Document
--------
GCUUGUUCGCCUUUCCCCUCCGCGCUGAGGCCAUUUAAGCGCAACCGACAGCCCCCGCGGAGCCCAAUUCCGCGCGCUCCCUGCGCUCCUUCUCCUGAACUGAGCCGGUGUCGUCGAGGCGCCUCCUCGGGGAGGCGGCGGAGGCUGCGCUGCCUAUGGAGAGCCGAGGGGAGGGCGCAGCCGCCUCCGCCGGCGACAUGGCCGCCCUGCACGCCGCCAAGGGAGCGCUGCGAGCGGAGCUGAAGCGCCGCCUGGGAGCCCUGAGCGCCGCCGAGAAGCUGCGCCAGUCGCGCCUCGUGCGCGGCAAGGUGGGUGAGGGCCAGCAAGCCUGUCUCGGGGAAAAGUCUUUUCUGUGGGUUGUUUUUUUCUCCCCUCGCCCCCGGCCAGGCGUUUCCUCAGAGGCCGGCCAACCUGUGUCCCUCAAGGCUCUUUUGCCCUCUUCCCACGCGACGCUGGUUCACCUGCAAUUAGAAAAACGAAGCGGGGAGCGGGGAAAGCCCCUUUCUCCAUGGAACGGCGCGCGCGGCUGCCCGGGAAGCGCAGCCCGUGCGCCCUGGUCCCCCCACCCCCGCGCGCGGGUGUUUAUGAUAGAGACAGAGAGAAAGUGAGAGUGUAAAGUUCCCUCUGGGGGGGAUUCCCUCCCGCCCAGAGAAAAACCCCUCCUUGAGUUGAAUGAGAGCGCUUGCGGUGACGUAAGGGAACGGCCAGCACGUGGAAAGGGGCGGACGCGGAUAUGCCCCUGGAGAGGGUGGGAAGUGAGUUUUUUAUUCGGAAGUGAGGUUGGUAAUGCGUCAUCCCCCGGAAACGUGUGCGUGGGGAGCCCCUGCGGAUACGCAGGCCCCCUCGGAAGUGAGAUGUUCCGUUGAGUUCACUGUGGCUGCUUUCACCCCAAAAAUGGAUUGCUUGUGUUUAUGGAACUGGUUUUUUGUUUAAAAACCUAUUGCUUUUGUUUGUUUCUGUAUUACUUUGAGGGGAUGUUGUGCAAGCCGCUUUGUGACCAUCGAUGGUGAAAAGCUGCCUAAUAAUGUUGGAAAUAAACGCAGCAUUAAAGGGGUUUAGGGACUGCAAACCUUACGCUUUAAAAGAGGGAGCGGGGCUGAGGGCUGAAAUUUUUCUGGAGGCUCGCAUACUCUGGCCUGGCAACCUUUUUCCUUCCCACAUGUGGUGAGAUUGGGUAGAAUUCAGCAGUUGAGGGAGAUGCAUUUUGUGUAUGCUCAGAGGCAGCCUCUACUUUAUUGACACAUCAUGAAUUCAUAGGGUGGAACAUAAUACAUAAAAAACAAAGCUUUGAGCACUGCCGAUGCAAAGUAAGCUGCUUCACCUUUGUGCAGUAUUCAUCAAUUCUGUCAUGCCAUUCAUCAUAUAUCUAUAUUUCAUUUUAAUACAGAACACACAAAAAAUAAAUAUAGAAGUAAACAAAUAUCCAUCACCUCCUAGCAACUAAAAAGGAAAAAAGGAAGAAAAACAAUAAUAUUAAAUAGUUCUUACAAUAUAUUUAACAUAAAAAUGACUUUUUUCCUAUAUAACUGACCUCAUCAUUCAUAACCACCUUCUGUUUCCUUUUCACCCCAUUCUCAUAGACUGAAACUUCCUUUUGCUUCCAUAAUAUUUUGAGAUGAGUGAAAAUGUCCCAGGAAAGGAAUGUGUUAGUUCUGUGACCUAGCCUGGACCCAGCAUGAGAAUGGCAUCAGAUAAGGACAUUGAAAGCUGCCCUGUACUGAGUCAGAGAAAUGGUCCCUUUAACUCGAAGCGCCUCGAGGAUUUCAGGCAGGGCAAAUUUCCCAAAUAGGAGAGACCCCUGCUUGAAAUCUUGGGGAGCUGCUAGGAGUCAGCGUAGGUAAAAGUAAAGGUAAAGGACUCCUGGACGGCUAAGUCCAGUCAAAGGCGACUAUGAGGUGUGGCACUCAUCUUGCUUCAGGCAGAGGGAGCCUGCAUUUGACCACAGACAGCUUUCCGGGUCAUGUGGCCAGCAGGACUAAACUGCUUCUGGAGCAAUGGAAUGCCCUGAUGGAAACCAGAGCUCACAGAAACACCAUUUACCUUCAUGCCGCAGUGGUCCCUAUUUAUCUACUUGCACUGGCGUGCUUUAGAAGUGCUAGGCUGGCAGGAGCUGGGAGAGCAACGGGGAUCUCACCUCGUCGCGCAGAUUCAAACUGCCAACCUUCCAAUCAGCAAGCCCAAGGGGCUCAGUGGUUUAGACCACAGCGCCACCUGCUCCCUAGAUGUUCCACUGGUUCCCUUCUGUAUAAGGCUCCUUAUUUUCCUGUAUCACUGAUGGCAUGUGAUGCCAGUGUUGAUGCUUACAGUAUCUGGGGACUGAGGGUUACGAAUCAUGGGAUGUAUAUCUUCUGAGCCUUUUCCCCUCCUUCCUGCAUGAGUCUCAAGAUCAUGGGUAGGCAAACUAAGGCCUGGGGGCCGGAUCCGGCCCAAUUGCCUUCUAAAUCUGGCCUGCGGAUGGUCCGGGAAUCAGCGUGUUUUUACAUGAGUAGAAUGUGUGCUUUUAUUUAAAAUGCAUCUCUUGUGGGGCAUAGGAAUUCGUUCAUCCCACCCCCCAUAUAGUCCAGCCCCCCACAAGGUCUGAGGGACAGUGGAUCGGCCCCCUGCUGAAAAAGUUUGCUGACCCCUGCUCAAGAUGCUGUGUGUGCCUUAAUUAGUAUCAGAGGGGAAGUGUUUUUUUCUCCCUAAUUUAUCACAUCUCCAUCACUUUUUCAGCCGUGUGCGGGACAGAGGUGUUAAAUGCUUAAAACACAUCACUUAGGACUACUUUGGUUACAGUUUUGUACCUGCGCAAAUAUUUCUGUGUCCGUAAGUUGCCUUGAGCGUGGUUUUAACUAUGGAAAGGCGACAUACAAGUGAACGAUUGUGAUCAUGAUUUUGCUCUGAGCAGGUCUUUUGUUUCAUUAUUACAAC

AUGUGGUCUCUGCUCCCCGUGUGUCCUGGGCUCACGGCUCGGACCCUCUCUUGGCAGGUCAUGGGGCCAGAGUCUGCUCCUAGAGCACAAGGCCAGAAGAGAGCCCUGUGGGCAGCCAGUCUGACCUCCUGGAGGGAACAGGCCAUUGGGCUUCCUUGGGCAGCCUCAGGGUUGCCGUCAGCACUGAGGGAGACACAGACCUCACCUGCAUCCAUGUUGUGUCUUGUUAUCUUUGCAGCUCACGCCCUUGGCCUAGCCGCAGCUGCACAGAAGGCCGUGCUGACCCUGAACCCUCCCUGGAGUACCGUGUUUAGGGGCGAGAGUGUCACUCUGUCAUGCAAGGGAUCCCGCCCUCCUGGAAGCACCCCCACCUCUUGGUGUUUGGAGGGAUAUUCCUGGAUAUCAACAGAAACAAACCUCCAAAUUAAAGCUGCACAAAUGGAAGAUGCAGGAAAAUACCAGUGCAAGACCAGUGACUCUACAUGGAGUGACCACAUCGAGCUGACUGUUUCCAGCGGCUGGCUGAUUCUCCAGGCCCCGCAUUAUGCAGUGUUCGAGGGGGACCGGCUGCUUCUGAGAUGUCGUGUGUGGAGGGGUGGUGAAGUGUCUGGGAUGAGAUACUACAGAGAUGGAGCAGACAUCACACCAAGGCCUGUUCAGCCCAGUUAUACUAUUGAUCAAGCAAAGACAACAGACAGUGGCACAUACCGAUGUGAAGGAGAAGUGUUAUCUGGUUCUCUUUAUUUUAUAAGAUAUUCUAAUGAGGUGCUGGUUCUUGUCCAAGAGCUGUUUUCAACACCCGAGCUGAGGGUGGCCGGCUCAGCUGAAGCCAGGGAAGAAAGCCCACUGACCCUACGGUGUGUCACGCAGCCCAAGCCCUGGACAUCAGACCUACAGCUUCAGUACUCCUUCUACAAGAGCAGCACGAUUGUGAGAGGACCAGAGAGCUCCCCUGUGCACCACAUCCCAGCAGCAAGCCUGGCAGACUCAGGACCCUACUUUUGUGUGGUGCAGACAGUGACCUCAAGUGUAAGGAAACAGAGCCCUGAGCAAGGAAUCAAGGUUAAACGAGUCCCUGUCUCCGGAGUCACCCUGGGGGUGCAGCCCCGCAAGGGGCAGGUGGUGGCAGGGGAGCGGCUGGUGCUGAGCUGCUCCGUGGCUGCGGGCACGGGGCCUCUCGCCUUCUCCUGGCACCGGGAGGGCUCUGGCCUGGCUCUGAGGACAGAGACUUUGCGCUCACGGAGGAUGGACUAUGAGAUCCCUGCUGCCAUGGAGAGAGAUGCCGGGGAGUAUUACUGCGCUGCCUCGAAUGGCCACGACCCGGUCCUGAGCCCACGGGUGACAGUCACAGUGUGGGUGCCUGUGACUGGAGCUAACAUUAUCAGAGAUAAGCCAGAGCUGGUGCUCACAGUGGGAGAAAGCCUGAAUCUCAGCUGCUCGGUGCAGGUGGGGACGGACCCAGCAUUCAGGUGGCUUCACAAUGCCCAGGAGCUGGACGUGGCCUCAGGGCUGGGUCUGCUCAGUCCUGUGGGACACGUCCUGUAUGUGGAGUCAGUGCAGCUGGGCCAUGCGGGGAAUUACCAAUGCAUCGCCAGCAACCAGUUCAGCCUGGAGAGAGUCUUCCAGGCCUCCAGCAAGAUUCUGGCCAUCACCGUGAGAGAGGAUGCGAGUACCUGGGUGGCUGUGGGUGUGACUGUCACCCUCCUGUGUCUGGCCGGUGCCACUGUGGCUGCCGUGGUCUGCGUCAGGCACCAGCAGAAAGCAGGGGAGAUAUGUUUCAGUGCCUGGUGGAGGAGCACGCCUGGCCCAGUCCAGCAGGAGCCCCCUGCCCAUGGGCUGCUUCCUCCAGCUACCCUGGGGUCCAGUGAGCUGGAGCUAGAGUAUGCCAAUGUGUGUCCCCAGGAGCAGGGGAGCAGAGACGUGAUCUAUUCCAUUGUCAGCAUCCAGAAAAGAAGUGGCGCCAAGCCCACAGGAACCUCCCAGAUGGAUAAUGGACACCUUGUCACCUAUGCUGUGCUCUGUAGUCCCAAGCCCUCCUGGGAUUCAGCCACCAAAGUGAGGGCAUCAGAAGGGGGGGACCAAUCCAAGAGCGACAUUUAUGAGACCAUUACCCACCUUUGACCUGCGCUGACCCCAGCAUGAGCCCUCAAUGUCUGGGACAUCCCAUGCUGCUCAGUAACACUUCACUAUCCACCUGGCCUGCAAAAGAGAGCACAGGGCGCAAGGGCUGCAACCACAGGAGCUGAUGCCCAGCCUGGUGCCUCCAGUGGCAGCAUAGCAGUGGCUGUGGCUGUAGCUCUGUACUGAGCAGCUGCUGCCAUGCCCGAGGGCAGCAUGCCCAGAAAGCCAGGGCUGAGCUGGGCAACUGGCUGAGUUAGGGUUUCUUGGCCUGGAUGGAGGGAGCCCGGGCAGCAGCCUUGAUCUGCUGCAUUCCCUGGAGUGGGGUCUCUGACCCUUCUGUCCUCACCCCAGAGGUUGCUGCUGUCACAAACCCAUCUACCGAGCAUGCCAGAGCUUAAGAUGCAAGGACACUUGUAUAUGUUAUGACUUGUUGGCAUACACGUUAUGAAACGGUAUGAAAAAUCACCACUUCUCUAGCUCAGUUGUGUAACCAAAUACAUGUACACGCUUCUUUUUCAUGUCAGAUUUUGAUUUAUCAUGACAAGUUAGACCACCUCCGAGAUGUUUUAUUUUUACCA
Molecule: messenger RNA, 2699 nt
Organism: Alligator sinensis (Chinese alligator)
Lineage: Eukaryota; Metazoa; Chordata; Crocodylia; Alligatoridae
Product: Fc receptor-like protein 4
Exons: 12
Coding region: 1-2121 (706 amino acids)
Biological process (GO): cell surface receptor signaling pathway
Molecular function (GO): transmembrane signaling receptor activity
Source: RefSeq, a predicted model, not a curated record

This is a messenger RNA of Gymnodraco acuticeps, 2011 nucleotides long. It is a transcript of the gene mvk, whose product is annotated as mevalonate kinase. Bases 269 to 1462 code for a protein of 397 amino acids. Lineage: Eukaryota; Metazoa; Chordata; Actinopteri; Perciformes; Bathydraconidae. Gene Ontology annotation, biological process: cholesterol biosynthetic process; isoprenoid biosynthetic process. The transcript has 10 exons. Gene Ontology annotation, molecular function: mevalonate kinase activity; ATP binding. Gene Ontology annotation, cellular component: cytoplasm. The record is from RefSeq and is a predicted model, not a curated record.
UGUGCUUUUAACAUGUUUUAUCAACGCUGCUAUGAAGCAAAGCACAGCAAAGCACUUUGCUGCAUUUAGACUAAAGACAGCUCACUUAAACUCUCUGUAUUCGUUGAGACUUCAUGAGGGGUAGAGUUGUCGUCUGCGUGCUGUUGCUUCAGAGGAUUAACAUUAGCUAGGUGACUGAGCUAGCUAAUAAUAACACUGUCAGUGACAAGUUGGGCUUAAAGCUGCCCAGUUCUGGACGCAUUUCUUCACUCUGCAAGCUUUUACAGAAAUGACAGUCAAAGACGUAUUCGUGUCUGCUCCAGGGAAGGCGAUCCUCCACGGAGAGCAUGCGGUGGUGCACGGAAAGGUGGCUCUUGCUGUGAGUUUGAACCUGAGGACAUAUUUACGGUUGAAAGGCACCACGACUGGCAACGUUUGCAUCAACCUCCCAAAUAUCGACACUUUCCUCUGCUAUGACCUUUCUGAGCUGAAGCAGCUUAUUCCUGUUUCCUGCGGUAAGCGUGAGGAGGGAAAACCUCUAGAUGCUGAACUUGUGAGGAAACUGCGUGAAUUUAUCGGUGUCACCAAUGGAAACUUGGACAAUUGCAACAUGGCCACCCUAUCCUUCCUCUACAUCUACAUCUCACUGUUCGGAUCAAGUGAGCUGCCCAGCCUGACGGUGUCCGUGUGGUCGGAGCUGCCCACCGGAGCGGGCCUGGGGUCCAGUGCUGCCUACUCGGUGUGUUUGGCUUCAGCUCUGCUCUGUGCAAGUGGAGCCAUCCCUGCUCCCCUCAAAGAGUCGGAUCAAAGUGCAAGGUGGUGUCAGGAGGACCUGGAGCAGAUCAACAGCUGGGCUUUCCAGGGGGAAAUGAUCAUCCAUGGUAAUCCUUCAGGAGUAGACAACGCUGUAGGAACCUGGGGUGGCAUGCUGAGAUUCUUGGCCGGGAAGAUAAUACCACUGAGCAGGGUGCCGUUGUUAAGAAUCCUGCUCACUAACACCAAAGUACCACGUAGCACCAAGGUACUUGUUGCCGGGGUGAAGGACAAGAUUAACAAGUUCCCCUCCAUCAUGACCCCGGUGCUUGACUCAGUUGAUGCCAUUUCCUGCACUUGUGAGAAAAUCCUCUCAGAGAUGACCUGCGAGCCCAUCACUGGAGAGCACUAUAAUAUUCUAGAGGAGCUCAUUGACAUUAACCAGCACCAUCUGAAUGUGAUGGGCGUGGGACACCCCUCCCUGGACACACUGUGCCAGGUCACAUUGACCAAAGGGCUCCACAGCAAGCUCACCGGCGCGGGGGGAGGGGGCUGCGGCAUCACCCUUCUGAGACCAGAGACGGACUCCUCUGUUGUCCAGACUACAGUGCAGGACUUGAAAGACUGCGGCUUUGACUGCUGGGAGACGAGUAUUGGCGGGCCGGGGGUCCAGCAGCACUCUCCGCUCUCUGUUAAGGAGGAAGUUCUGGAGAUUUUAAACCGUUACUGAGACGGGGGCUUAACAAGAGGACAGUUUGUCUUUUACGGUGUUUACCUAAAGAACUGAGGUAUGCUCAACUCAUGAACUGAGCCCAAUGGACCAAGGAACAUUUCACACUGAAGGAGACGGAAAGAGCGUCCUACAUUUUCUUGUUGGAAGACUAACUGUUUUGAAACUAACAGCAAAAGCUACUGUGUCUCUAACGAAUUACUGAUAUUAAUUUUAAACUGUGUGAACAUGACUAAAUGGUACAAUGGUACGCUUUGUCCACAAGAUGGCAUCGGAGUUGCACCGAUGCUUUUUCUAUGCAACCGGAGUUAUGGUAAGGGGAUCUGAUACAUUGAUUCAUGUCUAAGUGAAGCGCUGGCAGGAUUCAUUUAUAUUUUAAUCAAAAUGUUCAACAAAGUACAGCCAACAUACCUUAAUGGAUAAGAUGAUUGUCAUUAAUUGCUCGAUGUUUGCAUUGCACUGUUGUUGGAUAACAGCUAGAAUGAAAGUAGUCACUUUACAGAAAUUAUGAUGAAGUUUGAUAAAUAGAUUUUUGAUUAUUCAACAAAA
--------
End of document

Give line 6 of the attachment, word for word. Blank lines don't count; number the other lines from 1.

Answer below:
Product: Fc receptor-like protein 4